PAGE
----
Extend Django’s database API to include full-text search

Introducing Django

Django is an open-source web application framework that-to quote its creators-"encourages rapid development and clean, pragmatic design." It is written in Python, and provides components to build high-quality web applications: an object-relational mapper, a full-featured templating system, URL dispatching, session management, authentication, and much more besides.

One valuable measure of a framework is the ease with which it can be extended to meet one's needs. Here we will introduce Django's database API, and demonstrate its flexibility by extending it to support MySQL's full-text search capabilities.

The source code included in this article is released into the public domain.

Django's Database API

Django's object-relational mapper provides a rich API for building database queries.

Django's object-relational mapper provides a rich API for building database queries. This API insulates the application developer from the details of the SQL statements, while still allowing queries with complex selection criteria to be made in an efficient manner. Another notable benefit of this approach is that it removes entirely the possibility of SQL injection attacks, as the application developer is no longer inserting values directly into SQL statements.

Objects are retrieved from the database with a QuerySet, which is an abstraction of an SQL SELECT statement. QuerySets provide methods that narrow down the results to objects matching specific criteria, much like the WHERE clause in an SQL statement-in fact, behind the scenes a QuerySet builds an SQL statement as its methods are called. QuerySet instances are obtained from a model class's Manager instance, which is normally called objects. Here are a few examples of the use of QuerySets:

# Retrieve the QuerySet containing all articles
articles = Article.objects.all()

# Include only articles written before this year
articles = articles.filter(posted_date__lt='2006-01-01')

# But leave out those written by me
articles = articles.exclude(author__exact='Andrew')

# And finally, sort them by rating and date
articles = articles.order_by('rating', 'posted_date')

 

QuerySets can be filtered and sorted very cheaply, as they are lazily evaluated: these actions manipulate the QuerySet's internal SQL statement, and the statement is not executed until you try to access the results of the QuerySet, by iteration or slicing, for example.

# Get the top five articles; only now is the database accessed.
a = articles[:5]

 

To extend this interface, we'll develop a Manager subclass and a QuerySet subclass, but first we'll briefly describe MySQL's full text search.

MySQL and Full Text Search

MySQL has a built-in full text search engine; while not as powerful as dedicated libraries like Lucene and Xapian, it is integrated into the database engine and query syntax, and so is easy to use from database- backed applications. We'll be looking here only at its support for ‘natural language' queries; see the MySQL Documentation for details of its other features.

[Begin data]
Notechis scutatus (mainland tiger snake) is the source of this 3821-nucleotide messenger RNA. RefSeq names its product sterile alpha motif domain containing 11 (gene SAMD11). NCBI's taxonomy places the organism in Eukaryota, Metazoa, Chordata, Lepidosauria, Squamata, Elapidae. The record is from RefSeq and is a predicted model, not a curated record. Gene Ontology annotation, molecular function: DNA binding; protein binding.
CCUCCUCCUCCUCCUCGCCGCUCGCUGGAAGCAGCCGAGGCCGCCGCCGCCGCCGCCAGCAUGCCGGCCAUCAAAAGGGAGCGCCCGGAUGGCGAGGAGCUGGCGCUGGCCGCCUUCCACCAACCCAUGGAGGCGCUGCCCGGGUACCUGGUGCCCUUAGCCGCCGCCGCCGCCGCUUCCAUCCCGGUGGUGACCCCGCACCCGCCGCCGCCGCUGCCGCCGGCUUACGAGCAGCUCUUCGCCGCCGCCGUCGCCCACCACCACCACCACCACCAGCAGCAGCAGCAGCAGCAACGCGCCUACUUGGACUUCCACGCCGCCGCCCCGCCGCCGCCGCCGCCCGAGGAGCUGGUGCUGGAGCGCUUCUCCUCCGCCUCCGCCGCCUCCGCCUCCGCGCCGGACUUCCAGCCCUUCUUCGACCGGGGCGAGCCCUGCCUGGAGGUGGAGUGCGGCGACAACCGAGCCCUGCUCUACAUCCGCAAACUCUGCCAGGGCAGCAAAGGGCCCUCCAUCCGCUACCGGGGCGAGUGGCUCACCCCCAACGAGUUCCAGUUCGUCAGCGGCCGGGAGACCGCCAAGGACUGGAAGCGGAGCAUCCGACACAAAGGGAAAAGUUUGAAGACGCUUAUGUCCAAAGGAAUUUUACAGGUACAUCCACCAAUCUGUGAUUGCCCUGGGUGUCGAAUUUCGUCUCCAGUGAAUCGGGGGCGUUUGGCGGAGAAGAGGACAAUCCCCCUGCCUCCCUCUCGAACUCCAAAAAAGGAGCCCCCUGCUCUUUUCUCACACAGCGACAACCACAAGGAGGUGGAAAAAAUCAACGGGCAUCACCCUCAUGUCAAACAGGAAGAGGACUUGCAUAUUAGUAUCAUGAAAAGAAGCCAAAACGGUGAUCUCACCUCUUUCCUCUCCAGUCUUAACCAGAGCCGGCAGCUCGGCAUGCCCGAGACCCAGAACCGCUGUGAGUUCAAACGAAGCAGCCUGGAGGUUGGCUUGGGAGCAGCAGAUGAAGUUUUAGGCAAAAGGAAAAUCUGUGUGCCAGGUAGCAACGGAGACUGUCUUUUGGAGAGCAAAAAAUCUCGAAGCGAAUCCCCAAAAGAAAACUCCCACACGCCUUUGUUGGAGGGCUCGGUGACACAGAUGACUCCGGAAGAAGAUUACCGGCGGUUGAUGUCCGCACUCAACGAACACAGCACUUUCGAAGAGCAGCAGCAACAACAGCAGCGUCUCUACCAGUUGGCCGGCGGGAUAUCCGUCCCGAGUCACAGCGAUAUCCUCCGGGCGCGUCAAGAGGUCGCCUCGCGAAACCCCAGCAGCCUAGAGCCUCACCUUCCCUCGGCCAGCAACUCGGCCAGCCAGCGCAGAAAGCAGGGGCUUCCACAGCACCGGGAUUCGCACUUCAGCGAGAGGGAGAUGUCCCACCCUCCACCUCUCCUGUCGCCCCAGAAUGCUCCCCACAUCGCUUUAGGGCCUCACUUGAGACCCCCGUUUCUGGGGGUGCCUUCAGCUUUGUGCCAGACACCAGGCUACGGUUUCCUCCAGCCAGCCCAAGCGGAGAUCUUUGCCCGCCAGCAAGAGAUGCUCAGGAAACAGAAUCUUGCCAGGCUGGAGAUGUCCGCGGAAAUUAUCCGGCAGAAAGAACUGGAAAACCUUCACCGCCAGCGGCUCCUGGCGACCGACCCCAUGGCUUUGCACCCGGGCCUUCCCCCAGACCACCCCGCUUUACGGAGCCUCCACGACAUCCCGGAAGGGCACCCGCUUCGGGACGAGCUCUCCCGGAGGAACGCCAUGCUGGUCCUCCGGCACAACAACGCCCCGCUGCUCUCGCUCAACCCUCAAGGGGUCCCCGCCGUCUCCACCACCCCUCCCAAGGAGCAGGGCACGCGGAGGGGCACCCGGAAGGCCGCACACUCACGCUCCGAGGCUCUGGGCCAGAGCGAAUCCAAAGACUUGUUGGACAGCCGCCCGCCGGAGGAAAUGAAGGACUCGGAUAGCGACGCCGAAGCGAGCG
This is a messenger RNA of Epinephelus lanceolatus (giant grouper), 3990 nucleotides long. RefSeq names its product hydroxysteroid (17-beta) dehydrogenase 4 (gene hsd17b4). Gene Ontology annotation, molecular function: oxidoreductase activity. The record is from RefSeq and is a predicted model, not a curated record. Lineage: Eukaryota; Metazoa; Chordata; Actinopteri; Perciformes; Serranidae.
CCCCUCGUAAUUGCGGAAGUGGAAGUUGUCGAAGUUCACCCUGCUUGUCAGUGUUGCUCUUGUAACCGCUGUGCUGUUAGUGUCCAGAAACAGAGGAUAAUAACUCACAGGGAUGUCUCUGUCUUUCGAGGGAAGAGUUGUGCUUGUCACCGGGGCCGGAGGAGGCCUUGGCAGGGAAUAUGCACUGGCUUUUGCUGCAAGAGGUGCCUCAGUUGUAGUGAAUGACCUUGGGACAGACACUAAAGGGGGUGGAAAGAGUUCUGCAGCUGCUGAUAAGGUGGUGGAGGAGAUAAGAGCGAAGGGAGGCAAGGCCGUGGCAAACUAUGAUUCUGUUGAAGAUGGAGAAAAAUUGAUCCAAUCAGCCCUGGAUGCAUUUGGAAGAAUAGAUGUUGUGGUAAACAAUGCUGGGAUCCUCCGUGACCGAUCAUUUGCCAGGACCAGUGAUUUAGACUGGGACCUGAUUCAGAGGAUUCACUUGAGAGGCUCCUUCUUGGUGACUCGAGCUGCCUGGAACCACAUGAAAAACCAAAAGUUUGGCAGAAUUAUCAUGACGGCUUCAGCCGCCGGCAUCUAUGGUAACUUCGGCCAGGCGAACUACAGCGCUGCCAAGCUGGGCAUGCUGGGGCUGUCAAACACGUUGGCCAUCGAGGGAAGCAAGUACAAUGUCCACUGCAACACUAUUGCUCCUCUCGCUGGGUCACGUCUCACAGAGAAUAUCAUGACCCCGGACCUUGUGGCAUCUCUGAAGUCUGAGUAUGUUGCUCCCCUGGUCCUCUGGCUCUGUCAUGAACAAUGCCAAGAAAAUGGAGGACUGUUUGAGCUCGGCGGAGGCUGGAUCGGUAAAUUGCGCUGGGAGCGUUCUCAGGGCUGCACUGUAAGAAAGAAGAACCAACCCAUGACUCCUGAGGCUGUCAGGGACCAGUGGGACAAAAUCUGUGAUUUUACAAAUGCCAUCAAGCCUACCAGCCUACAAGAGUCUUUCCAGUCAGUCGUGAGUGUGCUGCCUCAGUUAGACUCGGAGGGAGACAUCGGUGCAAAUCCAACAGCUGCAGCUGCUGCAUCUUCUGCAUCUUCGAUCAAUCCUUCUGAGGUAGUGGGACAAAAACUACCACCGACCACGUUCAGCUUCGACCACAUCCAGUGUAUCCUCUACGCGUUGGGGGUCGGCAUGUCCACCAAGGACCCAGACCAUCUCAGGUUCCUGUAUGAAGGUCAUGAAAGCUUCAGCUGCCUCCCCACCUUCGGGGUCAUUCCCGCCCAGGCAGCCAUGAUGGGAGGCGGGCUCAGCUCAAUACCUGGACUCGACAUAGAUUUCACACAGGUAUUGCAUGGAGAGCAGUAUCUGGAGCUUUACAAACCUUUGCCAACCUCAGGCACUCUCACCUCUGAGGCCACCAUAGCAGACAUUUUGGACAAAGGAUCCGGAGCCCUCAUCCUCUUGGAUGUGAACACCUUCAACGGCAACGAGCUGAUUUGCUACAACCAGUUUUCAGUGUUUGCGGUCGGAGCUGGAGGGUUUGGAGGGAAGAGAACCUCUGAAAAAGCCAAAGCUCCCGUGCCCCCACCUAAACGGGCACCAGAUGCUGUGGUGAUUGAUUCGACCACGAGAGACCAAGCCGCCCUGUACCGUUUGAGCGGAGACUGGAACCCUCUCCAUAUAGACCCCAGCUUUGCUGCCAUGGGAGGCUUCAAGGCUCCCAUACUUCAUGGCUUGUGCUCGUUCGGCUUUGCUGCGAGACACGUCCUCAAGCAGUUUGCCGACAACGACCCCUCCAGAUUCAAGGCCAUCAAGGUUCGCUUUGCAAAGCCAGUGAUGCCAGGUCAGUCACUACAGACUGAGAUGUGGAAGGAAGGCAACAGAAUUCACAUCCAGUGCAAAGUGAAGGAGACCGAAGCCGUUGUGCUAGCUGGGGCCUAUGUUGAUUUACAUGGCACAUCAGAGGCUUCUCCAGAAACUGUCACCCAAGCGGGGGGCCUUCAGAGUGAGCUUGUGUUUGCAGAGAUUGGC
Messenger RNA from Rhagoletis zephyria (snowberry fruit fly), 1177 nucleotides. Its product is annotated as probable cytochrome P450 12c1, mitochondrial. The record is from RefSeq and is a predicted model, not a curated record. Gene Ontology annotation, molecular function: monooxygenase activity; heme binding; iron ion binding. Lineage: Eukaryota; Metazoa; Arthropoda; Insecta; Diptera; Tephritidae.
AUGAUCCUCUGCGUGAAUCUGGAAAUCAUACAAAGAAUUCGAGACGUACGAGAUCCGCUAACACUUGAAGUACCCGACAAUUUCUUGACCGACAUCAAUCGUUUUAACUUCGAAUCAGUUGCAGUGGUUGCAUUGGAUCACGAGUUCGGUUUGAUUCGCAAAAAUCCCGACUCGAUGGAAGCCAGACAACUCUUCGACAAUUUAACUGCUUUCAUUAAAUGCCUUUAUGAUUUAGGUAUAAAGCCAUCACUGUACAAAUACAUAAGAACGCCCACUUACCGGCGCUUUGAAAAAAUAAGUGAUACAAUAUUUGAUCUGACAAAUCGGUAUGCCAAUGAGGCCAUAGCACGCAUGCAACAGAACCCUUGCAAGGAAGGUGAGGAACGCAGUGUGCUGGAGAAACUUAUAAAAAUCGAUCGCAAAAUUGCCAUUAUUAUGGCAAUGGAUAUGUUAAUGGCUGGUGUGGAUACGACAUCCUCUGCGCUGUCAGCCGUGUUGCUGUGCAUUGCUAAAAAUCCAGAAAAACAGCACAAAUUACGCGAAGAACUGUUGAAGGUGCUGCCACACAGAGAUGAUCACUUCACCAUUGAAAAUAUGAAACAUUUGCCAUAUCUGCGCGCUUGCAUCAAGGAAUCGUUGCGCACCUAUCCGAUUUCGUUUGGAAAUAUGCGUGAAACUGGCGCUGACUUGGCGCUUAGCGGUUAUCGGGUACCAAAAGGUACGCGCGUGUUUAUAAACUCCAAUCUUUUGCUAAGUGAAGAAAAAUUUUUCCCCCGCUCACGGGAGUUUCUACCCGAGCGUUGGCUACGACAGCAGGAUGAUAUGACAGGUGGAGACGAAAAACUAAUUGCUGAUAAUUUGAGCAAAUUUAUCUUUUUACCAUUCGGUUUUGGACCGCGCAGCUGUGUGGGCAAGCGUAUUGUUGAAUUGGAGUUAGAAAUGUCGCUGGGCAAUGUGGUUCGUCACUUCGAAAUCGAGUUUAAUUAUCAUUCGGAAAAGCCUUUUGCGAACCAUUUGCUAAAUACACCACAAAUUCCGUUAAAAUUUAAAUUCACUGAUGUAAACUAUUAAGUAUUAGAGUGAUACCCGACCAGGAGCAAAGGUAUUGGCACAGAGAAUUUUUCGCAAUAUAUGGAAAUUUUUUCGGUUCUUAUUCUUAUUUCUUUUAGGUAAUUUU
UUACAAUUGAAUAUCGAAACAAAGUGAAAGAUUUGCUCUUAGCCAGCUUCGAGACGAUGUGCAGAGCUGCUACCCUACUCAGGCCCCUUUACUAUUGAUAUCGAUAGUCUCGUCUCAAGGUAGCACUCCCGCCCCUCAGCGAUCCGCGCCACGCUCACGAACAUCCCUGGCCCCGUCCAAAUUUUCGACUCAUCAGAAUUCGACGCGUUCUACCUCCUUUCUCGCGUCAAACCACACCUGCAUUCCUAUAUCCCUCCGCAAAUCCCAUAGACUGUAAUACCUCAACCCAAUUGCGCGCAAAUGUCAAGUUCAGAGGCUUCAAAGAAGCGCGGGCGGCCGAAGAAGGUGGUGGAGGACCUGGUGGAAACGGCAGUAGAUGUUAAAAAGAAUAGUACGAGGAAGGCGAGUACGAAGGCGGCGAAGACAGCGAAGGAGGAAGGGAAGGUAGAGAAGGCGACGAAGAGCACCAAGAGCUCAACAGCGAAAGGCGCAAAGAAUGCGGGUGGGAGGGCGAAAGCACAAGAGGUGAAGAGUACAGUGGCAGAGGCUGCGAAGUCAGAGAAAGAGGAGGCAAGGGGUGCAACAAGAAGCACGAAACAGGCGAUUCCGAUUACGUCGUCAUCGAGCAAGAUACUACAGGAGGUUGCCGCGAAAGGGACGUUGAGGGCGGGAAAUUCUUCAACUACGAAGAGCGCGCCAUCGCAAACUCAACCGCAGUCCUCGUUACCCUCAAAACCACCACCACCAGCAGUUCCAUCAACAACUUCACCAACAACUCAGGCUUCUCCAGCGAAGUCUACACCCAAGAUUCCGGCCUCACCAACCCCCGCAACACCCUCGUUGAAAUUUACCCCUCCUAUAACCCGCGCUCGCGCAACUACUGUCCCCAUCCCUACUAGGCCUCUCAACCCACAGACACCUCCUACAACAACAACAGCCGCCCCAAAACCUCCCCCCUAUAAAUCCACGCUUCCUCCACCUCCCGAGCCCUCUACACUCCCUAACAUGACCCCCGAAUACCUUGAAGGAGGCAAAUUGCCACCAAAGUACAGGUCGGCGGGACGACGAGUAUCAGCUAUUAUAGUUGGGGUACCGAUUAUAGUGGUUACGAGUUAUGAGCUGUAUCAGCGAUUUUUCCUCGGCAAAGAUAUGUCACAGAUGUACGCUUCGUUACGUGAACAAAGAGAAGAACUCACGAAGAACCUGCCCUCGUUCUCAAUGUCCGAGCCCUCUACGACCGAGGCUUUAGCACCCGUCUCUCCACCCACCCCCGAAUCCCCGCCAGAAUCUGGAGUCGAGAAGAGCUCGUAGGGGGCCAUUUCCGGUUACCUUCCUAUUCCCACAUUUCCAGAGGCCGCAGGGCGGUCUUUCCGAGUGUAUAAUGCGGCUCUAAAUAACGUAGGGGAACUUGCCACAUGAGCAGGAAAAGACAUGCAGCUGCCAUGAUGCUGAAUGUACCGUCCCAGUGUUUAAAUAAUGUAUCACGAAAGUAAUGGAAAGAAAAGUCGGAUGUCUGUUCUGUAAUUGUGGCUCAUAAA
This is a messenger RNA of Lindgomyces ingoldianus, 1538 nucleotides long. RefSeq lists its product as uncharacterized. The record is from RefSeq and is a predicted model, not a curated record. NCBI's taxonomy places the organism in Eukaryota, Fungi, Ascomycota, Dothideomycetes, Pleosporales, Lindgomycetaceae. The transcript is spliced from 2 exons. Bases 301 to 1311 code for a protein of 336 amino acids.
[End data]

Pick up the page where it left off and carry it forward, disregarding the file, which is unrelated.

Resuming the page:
Full text search is enabled by creating a full-text index on a column or set of columns in a table. The index will be automatically updated whenever rows are inserted, updated, or deleted, so the search results will never be out of date. The CREATE INDEX statement is used to make the index:

CREATE FULLTEXT INDEX index_name ON table_name (column_names)

 

Searching is done with the MATCH...AGAINST expression, which gives the column to search and the query:

MATCH(column_names) AGAINST ('words to find')

 

For natural language queries, this evaluates to a number representing the relevance of the row to the given query. A full query with this expression might be:

SELECT title, MATCH(title, text) AGAINST ('Django framework')
  AS `relevance`
FROM fulltext_article
WHERE MATCH(title, text) AGAINST ('Django framework')

 

This returns the title and relevance score of all articles that matched the words Django and framework; by default they will be sorted in order of decreasing relevance. Don't worry about the repeated MATCH...AGAINST expressions-MySQL will see that they are the same and only perform the search once. Note particularly that the columns passed to MATCH must be the same columns that were specified when creating the index.

Extending the Database API with Search

One of Django's design philosophies is consistency, which is important to apply to extensions as well. To keep the full text search interface consistent with the rest of Django, it should work with Managers and QuerySets, so that it can be used in the same way. In practical terms, that means the programmer should be able to write statements like these:

Article.objects.search('Django Jazz Guitar')
Article.objects.filter(posted_date__gt='2006-07-01').search(
     'Django Python')

 

And these statements should return QuerySets that can themselves be filtered further if need be. To achieve this, we will develop a QuerySet subclass called SearchQuerySet that provides the search() method and builds the MATCH...AGAINST expression into the SQL statement; and a Manager subclass called SearchManager that returns SearchQuerySet subclasses. Since the Manager class also provides many of the QuerySet's methods for convenience, SearchQuerySet should also provide a search() method to be consistent with this. Here is the code:

from django.db import models, backend

class SearchQuerySet(models.query.QuerySet):
     def __init__(self, model=None, fields=None):
         super(SearchQuerySet, self).__init__(model)
         self._search_fields = fields

     def search(self, query):
         meta = self.model._meta

         # Get the table name and column names from the model
         # in `table_name`.`column_name` style
         columns = [meta.get_field(name,